POLST forms also cover some of the same topics addressed by a health care directive. (A health care directive also goes by many names, depending on your state. For example, some states use the term "advance directive." Other states use two separate documents, often called a "living will" and a "medical power of attorney." You can check what term your state uses for a health care directive.)

However, a POLST form is not meant to be a substitute for a properly prepared health care directive. POLST forms are often used in emergency situations, and as a result are shorter and cover fewer circumstances. Health care directives allow you to do more than POLST forms. For example, one of the most important functions of a health care directive is the ability to appoint a health care agent to oversee your medical care and to specify your wishes for life-sustaining care far into the future. This helps ensure that someone will be available to make health care decisions on your behalf, including decisions you might not have anticipated.

Every adult should have an advance health care directive. (To make one, try WillMaker, which you can use to create a health care directive and other estate planning documents that are valid in your state.)

How to Make a POLST Form

When you enter a hospital, hospice, or other health care setting, a member of the staff may ask whether you want to complete a POLST form. If you do, you'll discuss your health care wishes, and the medical provider will complete the form. To make the form valid, you (or your health care agent) must sign it, and the provider must sign it, too.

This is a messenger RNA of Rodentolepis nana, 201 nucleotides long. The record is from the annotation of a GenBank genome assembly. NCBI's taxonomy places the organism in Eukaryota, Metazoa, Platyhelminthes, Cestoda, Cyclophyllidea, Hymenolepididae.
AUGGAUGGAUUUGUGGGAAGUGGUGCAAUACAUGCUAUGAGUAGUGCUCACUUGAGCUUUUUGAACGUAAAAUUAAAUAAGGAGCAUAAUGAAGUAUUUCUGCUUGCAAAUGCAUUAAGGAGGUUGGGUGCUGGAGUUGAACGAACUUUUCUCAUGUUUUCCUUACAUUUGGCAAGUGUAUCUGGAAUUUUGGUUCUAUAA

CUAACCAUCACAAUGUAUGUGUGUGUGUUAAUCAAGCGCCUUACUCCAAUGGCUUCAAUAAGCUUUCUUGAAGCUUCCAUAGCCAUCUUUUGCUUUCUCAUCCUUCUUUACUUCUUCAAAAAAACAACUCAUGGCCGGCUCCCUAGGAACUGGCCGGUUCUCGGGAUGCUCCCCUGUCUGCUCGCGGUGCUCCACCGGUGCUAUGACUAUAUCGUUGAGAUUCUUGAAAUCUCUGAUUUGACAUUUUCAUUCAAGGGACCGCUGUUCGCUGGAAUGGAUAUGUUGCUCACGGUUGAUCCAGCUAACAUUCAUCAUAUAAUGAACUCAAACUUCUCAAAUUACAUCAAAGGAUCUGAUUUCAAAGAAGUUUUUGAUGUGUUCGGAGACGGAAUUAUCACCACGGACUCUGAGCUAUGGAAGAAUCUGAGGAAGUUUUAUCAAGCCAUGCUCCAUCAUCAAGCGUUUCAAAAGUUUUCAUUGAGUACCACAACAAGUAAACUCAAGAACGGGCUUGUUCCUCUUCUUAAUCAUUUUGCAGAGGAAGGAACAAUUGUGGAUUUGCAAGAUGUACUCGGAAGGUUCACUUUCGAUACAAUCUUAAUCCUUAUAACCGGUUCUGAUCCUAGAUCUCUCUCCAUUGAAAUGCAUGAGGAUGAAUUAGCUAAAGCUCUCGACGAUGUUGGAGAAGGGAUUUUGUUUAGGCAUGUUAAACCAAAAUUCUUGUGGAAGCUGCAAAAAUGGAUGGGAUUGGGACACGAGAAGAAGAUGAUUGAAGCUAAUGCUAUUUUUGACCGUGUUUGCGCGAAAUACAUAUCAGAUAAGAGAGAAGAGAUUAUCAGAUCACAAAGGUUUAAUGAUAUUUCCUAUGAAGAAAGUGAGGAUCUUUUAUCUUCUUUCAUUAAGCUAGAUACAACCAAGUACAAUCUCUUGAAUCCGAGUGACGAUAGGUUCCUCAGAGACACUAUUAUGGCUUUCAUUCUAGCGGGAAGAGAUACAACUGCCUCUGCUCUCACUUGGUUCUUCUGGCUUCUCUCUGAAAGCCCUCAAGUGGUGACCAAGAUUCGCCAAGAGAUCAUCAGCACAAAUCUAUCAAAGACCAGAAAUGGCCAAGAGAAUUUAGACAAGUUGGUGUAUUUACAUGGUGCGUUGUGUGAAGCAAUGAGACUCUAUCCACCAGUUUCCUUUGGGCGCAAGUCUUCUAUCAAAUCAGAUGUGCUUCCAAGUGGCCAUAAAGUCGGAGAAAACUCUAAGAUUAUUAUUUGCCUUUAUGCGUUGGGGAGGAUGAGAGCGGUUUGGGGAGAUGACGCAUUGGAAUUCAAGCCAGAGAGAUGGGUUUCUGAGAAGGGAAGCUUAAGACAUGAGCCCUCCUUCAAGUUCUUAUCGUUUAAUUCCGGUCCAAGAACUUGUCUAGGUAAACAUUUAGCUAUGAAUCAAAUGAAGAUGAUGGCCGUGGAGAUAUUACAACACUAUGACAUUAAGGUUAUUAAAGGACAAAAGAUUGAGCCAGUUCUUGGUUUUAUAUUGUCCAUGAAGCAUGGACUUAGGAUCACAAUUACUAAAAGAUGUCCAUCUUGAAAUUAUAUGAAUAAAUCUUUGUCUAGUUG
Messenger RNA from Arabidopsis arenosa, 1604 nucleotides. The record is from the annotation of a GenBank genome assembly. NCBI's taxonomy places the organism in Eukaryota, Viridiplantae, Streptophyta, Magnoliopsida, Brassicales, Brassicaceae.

If no one asks you whether you want to complete a POLST, you can also ask for one. As long as the form is available in your state or in the facility where you are receiving care, a staff member can help you with it. To view a sample POLST form from your state, see the chart below.

POLST Forms in Your State

You can look up your state's POLST information in the chart below. You'll find the specific terminology (such as POLST, POST, MOLST, MOST, COLST, TPOPP) your state uses, as well as relevant state laws. You'll also find links to sample POLST forms in your state.

State Does State Have a POLST Form? State Statute Name of Form Links to State Forms and More Information
Alabama Yes Although the form is in use, it is not (yet) specifically authorized through state laws. Physician Orders for Life Sustaining Treatment (POLST) Alabama currently uses the national POLST form. Alabama also has a similar document called a portable physician DNAR order.
Alaska Yes Alaska Admin. Code tit. 7, §§ 16.010 to 16.090 Physician Orders for Life Sustaining Treatment (POLST) See the Alaska state website on the POLST and the Alaska POLST form.
Arizona Yes Although the form is in use, it is not (yet) specifically authorized through state laws. Physician Orders for Life Sustaining Treatment (POLST) Arizona uses the national POLST form.
Arkansas Yes Ark. Code Ann. §§ 20-6-301 to 29-6-312 Physician Order for Life-Sustaining Treatment (POLST) See the Arkansas Department of Health's POLST resources and the Arkansas POLST form.
California Yes Cal. Prob. Code §§ 4780 to 4786 Physician Orders for Life Sustaining Treatment (POLST) See the California EMS Authority's English-version POLST form, as well as the California POLST form in other languages.